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Congregants urged to come forward

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A Northern Cape couple from Hartswater, who also attended the conference, are the Province’s only two positive coronavirus cases

Health Minister Zweli Mkhize has called on congregants who attended The Divine Restoration Church Ministries church conference in the Free State earlier this month to present themselves to the provincial Health Department in a bid to trace the spread of Covid-19.

The call comes after five international travellers who attended the conference from the 9th to the 14th of March 2020 tested positive for the coronavirus.

A Northern Cape couple from Hartswater, who also attended the conference, are the Province’s only two positive coronavirus cases.

Northern Cape Premier, Dr Zamani Saul, said yesterday that the provincial Department of Health was working with its Free State counterpart to trace those who attended the religious conference, including possible local people.

He hailed the Hartswater couple, a pastor and his wife, for being proactive once they heard that positive cases were reported by others attending the church event. “As soon as they heard the news, they self-isolated and subjected themselves to tests. They also went public on social media in an attempt to protect other members of the community. This is patriotism of the highest order,” Saul said.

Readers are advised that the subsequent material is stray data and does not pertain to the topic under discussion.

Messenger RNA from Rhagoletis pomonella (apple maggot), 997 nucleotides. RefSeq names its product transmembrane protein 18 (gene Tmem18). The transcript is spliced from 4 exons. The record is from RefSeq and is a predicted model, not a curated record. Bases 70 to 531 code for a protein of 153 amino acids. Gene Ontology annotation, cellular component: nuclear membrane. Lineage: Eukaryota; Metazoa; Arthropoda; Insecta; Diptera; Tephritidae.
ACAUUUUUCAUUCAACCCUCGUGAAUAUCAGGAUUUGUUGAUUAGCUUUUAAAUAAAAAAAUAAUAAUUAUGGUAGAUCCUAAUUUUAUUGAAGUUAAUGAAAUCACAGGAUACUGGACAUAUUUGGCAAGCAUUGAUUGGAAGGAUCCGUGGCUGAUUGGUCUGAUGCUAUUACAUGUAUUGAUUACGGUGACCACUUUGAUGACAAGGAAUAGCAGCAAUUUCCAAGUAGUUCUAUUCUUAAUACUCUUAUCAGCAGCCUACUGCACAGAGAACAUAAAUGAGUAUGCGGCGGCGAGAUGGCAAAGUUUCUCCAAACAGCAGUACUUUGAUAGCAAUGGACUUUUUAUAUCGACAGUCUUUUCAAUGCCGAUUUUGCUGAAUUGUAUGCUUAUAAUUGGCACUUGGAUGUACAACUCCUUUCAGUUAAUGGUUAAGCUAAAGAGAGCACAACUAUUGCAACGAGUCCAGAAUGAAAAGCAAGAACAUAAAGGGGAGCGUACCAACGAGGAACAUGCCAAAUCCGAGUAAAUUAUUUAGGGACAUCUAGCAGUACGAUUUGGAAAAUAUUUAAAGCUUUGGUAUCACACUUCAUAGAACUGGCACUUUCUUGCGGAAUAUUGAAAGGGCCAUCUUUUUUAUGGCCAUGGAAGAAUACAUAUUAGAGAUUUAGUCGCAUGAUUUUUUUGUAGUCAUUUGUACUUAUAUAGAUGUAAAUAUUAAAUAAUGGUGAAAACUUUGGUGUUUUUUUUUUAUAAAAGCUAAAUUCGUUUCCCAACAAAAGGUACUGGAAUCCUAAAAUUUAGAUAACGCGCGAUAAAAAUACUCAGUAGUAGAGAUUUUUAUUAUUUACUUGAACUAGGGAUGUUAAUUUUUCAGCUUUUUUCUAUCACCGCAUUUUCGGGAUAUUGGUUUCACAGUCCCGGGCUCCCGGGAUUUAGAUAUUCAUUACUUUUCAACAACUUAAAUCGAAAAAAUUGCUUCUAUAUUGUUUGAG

Mkhize made the call on other congregants to also come forward at an inter-ministerial briefing yesterday on government’s interventions to fight the spread of Covid-19.

During the briefing, the minister also announced that as of yesterday South Africa had 554 confirmed cases of Covid-19. This is an increase of 152 new cases from Monday’s announcement. The Northern Cape still has only the two positive cases.

In a search to track down the patients, the minister announced the name of the church, emphasising that this had to be done to ensure that potential cases are traced and tested.

While there is an ethical obligation not to disclose patient information, Mkhize said with the outbreak of the virus in the country, government would make use of empowering legislation to ensure effective contact tracing.

“We would like to request all those who were part of that gathering to come forth and contact the Department of Health in the Free State so that they can be assisted and we can therefore test them.

“We really want to make this as a public call. The regulations really do allow us at a certain point that if an individual does not come forth and has been a contact and we think his situation might pose a risk, we can actually publish the name,” he said.